James investigating NYPD over alleged racial bias for fare evasion arrests

A subway rider swipes a MetroCard at a turnstile.

Citing an uneven number of fare evasion arrests for New Yorkers of color, state Attorney General Letitia James announced plans Monday to investigate NYPD’s enforcement methods in public transit.

James pointed to 2015 allegations that the police deliberately targeted minorities in its attempts to waylay fare evasion. The investigation comes as the MTA plans to hire 500 additional police officers to target fare beaters in the transit system, setting aside $250 million for this program in its $51.5 billion budget.

The MTA has said it loses between $200 million to $300 million in revenue annually because of turnstile jumpers avoiding the fare. But James said the critical issue is how the NYPD goes about enforcing fare laws.

“We’ve all read the stories and seen the disturbing videos of men, women, and children being harassed, dragged away, and arrested by officers in our city’s subway system, which is why we are launching an investigation into this deeply troublesome conduct,” said James. “If groups of New Yorkers have been unfairly targeted because of the color of their skin, my office will not hesitate to take legal action.”

In a letter to NYPD Commissioner Dermot Shea, James requested the total number of officers located at stations each day; an overview of any arrangements between the NYPD and the MTA regarding enforcement of fare evasion laws; copies of policies with regard to training NYPD officers to patrol subways; and data on summonses and arrests pertaining to fare evasion, broken down by race and age.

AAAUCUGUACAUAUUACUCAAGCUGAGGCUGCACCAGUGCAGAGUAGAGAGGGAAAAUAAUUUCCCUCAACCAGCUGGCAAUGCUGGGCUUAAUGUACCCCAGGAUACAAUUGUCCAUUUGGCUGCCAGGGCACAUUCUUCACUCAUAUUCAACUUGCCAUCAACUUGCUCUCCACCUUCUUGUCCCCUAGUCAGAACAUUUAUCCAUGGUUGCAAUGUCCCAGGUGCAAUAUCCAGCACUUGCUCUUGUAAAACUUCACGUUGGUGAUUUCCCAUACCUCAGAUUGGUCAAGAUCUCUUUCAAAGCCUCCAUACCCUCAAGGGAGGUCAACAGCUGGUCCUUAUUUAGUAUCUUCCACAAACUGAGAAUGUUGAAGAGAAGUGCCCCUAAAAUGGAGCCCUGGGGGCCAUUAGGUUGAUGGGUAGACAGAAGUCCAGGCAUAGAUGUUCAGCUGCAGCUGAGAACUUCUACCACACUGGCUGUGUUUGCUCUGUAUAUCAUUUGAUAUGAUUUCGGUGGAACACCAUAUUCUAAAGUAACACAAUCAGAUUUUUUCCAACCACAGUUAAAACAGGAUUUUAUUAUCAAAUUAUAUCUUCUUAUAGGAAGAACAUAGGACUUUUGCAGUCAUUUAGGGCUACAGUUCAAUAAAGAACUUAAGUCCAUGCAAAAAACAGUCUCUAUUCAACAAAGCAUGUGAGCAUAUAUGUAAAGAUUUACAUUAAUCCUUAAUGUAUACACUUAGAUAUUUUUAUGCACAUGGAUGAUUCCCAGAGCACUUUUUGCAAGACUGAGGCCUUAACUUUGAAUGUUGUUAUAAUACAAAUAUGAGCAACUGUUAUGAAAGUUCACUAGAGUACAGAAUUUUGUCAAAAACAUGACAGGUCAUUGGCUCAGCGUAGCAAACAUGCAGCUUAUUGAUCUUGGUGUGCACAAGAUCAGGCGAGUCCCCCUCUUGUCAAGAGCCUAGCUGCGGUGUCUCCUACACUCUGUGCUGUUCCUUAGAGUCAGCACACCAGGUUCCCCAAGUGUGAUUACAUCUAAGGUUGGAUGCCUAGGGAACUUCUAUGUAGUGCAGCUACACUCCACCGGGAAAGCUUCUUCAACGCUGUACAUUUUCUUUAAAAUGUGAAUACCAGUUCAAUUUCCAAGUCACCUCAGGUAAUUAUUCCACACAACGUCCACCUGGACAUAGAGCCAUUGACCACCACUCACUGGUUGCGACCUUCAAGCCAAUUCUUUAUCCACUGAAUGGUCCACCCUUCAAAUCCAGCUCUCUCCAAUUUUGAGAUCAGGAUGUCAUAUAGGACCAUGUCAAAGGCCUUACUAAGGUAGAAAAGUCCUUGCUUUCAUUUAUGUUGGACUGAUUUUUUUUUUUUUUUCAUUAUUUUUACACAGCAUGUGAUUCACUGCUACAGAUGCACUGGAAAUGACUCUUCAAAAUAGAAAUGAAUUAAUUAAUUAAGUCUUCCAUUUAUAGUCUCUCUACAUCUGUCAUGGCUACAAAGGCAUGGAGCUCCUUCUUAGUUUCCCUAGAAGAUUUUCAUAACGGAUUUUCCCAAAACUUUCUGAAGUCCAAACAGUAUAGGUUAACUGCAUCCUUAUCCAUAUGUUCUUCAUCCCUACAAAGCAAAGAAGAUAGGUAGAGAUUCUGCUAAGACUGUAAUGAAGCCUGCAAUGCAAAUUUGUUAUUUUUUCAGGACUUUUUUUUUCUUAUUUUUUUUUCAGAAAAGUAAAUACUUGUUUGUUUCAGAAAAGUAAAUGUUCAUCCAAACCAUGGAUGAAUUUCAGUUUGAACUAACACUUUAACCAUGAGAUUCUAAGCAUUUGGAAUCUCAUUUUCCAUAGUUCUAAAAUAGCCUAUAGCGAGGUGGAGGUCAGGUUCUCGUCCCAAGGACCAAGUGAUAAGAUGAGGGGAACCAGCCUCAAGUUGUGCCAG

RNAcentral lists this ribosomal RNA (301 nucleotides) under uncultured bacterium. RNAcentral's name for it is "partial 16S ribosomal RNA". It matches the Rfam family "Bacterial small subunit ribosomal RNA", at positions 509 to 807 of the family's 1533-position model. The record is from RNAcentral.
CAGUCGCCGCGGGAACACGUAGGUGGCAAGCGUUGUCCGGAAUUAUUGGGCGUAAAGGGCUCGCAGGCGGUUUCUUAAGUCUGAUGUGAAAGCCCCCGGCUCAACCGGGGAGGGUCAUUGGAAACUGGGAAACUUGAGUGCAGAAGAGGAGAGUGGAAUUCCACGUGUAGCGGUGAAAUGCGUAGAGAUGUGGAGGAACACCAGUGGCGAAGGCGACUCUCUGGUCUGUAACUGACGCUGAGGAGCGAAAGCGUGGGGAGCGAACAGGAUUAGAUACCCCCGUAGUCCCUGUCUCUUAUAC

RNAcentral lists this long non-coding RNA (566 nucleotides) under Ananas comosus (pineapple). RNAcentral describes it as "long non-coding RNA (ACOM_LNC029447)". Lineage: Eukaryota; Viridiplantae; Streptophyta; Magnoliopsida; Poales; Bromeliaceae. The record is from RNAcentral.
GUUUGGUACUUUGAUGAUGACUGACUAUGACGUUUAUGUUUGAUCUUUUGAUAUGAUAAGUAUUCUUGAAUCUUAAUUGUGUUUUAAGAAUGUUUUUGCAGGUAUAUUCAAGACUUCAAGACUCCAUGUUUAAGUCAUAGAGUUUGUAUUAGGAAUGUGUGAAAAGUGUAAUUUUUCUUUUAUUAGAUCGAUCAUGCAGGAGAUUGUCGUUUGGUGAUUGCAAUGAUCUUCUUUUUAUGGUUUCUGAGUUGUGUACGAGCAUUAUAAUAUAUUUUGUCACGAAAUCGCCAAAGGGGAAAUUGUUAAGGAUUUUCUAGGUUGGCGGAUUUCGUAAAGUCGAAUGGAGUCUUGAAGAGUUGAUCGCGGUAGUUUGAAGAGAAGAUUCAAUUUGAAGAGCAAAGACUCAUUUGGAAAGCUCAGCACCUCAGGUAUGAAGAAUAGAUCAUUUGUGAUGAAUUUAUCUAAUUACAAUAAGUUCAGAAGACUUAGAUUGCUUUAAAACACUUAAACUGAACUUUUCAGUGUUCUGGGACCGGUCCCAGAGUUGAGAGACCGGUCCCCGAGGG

“All MTA customers are entitled to fair and equal treatment under the law,” Ken Lovett, an MTA spokesman said. “Fare evasion is a $300 million annual problem that should be addressed in a way that does not unjustly target any specific group or community. We are committed to assisting the Attorney General with her inquiry in any way we can.”

Brooklyn Borough President Eric Adams referenced his years as a cop when explaining his support for James’ investigation which he supports.

James’ office is requesting 8 points of information all together from October 2017 to the present before a deadline of Feb. 10 of this year. The full letter from James’ office can be read here.

“Attorney General James’ investigation into alleged inequitable enforcement of our fare evasion laws is both responsible and responsive to the concerns of communities that have historically suffered from bias-based policing,” Adams said. “As someone who policed this city above ground and below, I know without question that we can make this city safer and do so without leaving people in disgrace. We must all follow the same rules, commuters and cops alike.”

Both the MTA and NYPD were not able to return a request for comment before press time, this story will be updated as their statements become available.